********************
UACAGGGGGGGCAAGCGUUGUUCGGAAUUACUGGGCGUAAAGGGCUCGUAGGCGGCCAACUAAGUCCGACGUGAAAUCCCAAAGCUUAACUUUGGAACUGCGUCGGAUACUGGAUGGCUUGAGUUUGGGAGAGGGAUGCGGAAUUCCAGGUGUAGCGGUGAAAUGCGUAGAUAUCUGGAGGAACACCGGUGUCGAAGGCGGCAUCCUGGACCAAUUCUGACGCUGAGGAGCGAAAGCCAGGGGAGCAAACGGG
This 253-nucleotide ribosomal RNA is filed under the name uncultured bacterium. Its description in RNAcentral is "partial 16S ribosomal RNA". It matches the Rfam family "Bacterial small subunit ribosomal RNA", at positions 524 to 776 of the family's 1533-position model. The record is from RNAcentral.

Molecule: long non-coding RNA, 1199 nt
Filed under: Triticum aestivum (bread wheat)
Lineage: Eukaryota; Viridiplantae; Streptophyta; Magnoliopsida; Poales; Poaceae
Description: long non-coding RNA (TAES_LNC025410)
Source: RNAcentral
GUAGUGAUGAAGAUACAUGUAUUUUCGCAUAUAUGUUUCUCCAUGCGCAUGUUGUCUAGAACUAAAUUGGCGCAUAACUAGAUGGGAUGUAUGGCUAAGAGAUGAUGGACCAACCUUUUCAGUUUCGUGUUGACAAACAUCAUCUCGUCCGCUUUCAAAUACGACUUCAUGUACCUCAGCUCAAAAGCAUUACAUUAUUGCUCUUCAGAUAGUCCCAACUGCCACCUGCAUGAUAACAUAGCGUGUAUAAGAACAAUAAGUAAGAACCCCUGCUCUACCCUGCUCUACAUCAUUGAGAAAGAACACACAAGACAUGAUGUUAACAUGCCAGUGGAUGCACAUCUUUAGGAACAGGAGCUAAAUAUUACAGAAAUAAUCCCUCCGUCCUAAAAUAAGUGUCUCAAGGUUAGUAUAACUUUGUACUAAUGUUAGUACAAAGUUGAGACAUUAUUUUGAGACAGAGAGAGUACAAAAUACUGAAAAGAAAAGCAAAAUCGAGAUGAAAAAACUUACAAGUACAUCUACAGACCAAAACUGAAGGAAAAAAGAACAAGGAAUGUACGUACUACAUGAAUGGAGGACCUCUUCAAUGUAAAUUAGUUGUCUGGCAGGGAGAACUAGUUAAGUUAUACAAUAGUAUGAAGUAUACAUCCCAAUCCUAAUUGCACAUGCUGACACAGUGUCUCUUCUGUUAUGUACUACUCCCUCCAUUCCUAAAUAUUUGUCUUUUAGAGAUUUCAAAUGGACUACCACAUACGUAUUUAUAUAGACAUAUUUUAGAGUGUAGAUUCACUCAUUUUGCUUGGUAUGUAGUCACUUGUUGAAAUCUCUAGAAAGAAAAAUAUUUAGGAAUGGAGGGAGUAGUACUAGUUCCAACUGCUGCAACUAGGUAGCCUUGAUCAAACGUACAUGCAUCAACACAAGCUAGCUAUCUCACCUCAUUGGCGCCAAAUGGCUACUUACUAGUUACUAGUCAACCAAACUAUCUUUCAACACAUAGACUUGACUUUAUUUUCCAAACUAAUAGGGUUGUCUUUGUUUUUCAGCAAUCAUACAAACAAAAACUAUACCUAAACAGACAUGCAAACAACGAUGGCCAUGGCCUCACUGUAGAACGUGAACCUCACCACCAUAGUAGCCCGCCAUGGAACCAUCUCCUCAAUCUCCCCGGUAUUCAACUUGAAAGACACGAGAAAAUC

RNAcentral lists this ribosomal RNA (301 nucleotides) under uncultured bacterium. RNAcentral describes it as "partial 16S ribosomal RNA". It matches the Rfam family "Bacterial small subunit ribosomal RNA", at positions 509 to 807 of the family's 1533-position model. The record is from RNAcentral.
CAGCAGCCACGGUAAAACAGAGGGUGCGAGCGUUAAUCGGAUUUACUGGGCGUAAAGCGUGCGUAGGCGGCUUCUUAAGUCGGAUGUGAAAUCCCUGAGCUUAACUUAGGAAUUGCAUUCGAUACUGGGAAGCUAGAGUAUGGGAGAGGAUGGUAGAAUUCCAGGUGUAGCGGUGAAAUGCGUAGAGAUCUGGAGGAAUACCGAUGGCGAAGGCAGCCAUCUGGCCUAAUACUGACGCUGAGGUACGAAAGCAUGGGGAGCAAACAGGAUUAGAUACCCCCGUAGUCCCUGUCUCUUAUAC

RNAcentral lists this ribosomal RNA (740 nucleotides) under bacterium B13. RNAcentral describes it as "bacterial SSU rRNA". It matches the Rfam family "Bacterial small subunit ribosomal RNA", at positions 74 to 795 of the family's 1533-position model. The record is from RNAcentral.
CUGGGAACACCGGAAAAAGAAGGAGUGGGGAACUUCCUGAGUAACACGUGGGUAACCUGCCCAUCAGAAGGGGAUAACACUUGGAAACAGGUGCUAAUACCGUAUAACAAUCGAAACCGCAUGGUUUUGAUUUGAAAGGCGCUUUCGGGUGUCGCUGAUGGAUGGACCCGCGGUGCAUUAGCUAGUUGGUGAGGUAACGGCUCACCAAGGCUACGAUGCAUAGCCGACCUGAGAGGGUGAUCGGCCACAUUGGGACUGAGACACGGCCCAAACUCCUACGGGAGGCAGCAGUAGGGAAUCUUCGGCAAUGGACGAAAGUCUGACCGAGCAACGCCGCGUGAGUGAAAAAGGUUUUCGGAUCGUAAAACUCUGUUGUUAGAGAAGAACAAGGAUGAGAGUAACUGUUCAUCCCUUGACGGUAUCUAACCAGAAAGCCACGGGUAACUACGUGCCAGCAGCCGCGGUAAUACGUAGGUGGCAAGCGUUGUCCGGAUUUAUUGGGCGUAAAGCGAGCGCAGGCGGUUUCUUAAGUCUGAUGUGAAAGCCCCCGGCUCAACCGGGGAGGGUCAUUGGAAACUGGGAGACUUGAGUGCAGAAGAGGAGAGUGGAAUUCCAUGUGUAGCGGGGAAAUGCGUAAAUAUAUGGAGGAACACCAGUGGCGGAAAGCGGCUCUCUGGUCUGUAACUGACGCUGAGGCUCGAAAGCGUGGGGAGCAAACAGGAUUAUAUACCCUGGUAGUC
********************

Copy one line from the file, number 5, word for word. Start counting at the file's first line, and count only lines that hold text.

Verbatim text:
Lineage: Eukaryota; Viridiplantae; Streptophyta; Magnoliopsida; Poales; Poaceae